As Americans file their tax returns for 2020 -- a year riddled with job insecurity -- millions who relied on unemployment insurance during the pandemic will find that up to $10,200 of those benefits will be exempt from taxes.
The tax break is part of the American Rescue Plan, President Joe Biden's $1.9 trillion relief package that also includes direct payments for Americans in 2021.
The unemployment income exemption is the result of a compromise between Democrats and Republicans to get the package passed. They agreed to trim extended weekly jobless benefits to $300 from $400, but also to continue the federal boost through Sept. 6 and make the first $10,200 of income tax free for those jobless Americans making under $150,000.
Brian Galle, a professor at Georgetown Law School, analyzed the impact for The Century Foundation, a progressive think tank, looking at the nearly $580 billion dollars in unemployment benefits sent to more than 40 million Americans in 2020.
The Century Foundation study estimates that the average unemployed American received $14,000 in jobless benefits during 2020, so the tax exemption may drastically reduce the amount owed by many families.
Galle notes lower income people especially stand to benefit.
"And if you have a big tax bill to be forgiven, that's because you were out of work for a really long time," Galle said. "And so, the bigger the benefit you're getting from this tax relief, the tougher time you probably had in 2020."
Galle notes many Americans who don't know that their unemployment benefits are taxed may not be prepared for the "surprise bill" from the government.
Any Americans who received unemployment insurance will receive a 1099-G form that details how much the individual or household received in benefits in the 2020 tax year.
The IRS recommends using that form to fill out the Form 1040, the standard tax worksheet. On Line 7 and 8 of the form, you include how much unemployment insurance you and your spouse received, and add those numbers up. The total number is the amount of "unemployment compensation excluded from your income."
Should those Americans who have already filed taxes without knowing about the $10,200 exemption file an amended return?
"Absolutely not," the head of the Internal Revenue Service Charles Rettig said in testimony on Capitol Hill Thursday.
"We believe we’re sensitive to the situation that people are in. We believe that we will be able to handle this on our own. We believe that we will be able to automatically issue refunds associated with the $10,200," Rettig told lawmakers.
It may mean that Americans who did take the tax break will have to wait for any refund they're entitled to as the IRS works to process a huge backlog. Retting told Congress he hopes to have the backlog processed by "summer."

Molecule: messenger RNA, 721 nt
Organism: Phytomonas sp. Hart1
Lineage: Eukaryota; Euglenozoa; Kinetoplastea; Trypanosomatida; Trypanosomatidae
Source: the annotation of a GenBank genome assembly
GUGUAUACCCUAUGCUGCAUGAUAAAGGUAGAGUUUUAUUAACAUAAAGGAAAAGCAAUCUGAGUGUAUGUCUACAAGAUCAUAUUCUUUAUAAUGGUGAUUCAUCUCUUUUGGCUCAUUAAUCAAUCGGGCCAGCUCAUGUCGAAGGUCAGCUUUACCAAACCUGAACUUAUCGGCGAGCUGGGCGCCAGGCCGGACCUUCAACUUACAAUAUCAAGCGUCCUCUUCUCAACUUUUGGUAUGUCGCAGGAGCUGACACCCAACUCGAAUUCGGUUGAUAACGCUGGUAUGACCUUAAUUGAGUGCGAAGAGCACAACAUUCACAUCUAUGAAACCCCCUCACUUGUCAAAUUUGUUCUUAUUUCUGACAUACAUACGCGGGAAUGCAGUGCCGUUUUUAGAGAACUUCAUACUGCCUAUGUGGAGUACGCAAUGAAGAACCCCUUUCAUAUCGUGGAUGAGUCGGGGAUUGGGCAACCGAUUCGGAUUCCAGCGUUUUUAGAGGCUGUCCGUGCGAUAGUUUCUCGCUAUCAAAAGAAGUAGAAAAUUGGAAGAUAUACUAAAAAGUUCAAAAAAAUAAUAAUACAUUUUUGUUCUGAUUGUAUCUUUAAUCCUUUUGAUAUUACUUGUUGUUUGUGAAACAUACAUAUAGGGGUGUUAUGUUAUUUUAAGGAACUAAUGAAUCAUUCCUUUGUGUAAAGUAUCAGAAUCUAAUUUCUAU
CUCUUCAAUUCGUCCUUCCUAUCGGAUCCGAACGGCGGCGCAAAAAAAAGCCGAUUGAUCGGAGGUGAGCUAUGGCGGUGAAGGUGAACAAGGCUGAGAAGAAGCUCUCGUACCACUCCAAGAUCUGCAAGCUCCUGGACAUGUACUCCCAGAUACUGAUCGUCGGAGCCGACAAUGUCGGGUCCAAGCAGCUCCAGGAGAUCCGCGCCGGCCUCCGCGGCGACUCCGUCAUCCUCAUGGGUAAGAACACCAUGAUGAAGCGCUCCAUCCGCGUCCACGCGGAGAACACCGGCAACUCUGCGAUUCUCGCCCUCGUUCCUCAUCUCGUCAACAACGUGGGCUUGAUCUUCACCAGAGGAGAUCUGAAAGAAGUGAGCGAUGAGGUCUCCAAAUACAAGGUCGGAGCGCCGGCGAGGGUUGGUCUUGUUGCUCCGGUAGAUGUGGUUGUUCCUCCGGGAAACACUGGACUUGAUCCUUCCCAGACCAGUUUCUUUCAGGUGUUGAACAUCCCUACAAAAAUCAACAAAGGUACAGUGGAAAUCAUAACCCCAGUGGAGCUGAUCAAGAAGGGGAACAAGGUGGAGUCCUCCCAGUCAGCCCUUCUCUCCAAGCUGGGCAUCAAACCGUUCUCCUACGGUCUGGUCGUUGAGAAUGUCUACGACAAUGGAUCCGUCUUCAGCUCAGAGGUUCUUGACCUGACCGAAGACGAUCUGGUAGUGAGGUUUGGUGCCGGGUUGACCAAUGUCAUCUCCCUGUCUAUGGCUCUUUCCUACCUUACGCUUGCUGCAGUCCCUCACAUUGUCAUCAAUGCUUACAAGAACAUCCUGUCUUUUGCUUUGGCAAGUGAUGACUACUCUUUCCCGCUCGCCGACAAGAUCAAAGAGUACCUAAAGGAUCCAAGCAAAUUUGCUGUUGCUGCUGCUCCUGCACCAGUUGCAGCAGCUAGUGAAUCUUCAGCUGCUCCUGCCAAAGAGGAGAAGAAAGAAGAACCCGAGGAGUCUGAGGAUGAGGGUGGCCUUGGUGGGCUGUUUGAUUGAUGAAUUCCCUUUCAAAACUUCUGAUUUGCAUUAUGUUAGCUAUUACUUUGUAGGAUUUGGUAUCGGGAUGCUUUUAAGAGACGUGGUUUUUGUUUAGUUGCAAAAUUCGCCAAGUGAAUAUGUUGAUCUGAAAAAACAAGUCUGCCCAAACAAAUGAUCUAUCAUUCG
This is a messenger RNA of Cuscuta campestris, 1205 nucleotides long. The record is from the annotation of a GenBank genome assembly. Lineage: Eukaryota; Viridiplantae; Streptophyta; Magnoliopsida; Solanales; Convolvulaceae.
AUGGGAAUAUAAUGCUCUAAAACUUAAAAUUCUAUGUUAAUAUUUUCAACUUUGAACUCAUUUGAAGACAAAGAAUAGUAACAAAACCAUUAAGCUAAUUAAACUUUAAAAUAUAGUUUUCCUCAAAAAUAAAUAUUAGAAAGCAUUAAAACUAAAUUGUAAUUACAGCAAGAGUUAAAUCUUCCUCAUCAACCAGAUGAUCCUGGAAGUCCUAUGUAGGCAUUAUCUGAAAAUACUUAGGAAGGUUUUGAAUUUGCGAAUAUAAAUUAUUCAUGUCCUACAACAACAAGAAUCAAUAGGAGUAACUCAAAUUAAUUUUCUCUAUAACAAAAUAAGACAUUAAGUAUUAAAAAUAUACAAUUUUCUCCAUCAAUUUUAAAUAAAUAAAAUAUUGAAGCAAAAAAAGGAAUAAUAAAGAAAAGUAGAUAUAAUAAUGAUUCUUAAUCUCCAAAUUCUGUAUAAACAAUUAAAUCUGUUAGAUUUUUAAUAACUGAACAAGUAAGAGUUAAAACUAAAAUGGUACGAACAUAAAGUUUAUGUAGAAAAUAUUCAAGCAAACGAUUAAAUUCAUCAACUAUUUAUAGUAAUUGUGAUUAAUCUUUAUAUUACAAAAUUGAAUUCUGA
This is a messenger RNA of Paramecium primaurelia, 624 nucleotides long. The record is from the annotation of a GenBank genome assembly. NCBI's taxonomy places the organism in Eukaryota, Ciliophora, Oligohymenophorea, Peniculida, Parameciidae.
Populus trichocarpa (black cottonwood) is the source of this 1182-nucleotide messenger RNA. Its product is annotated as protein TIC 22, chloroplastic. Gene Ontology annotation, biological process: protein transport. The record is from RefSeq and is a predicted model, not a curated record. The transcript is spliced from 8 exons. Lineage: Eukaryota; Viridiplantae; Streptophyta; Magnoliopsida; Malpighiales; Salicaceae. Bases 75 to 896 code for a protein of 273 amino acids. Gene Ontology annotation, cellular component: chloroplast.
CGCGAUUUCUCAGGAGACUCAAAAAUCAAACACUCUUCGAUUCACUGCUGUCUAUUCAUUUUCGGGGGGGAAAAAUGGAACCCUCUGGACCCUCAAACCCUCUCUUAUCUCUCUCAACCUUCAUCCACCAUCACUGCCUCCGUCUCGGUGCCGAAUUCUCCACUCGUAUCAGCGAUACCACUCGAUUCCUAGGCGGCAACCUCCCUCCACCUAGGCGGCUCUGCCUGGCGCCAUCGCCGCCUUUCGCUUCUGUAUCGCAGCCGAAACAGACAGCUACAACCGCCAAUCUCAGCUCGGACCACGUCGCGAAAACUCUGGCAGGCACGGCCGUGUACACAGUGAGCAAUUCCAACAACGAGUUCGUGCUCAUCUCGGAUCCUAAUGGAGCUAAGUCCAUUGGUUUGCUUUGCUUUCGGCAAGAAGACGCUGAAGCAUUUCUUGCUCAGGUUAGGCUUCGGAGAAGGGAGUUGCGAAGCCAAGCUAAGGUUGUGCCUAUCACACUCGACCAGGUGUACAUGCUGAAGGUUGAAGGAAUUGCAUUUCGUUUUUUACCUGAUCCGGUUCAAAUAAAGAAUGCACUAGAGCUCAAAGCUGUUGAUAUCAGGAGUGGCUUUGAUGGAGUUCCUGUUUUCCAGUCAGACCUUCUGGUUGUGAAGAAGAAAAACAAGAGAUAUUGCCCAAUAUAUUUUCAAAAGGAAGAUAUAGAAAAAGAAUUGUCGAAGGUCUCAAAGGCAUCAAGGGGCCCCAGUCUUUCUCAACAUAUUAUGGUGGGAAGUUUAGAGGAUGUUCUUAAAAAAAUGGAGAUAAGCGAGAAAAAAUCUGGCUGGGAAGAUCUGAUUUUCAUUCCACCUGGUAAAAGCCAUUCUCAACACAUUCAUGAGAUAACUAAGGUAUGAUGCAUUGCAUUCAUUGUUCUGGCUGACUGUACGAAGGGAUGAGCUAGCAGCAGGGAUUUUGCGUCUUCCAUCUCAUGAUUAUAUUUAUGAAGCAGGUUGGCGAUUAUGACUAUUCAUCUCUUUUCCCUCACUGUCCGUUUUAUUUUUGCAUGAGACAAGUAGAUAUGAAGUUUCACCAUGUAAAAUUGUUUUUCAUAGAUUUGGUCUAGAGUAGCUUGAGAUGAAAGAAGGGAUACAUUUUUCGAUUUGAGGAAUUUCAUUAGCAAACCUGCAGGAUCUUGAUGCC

Galle notes that most states will fall in line with the federal tax law, but he says there are about 12 states that may charge taxes on unemployment benefits, even with federal exemptions.
Although many of the provisions in the American Rescue plan have been criticized, the tax break is less hotly contested, for example, than the direct payments.
"It's unlike the sending checks to every single American -- this provision is at least targeted at people who have lost their jobs," said Adam Michel, a senior policy analyst at the Heritage Foundation, a conservative think tank.
Some Republicans, like Sen. Rob Portman, R-Ohio, took issue with the measure being added to the American Rescue Plan, with some opponents saying that it would encourage Americans to stop working.
"The economy is getting better, and everybody says that when you look at what happens with regard to [unemployment insurance], if it's too high, it's a disincentive to work," Portman said. "You want to have a system that is balanced where you are encouraging people to work there are so many places in our states that are working for employers right now."
Sen. Ron Wyden, D-Ore., a strong proponent of the measure during negotiations in early March, disagreed, arguing the income exemption protects families who struggled during the pandemic.
"For example, if you have been laid off from your job through no fault of your own and you are struggling to make ends meet, you do not have a thousand dollars to pay a surprise tax bill and the party that claims to be for tax relief for working families offers you absolutely nothing," Wyden said.
The provision applies only to the 2020 tax year, though experts like Galle think it makes sense for it to become permanent.
"That should be permanent because it never made sense to tax on unemployment insurance benefits," Galle said. "We don't tax SNAP... we don't tax school lunch programs, and the reason is because the, the point of the program is to transfer money to people at a time when they really need it, and it just doesn't make any sense to hand money to people with one hand and take it away with the other."
ABC News' Trish Turner and Allison Pecorin contributed to this report.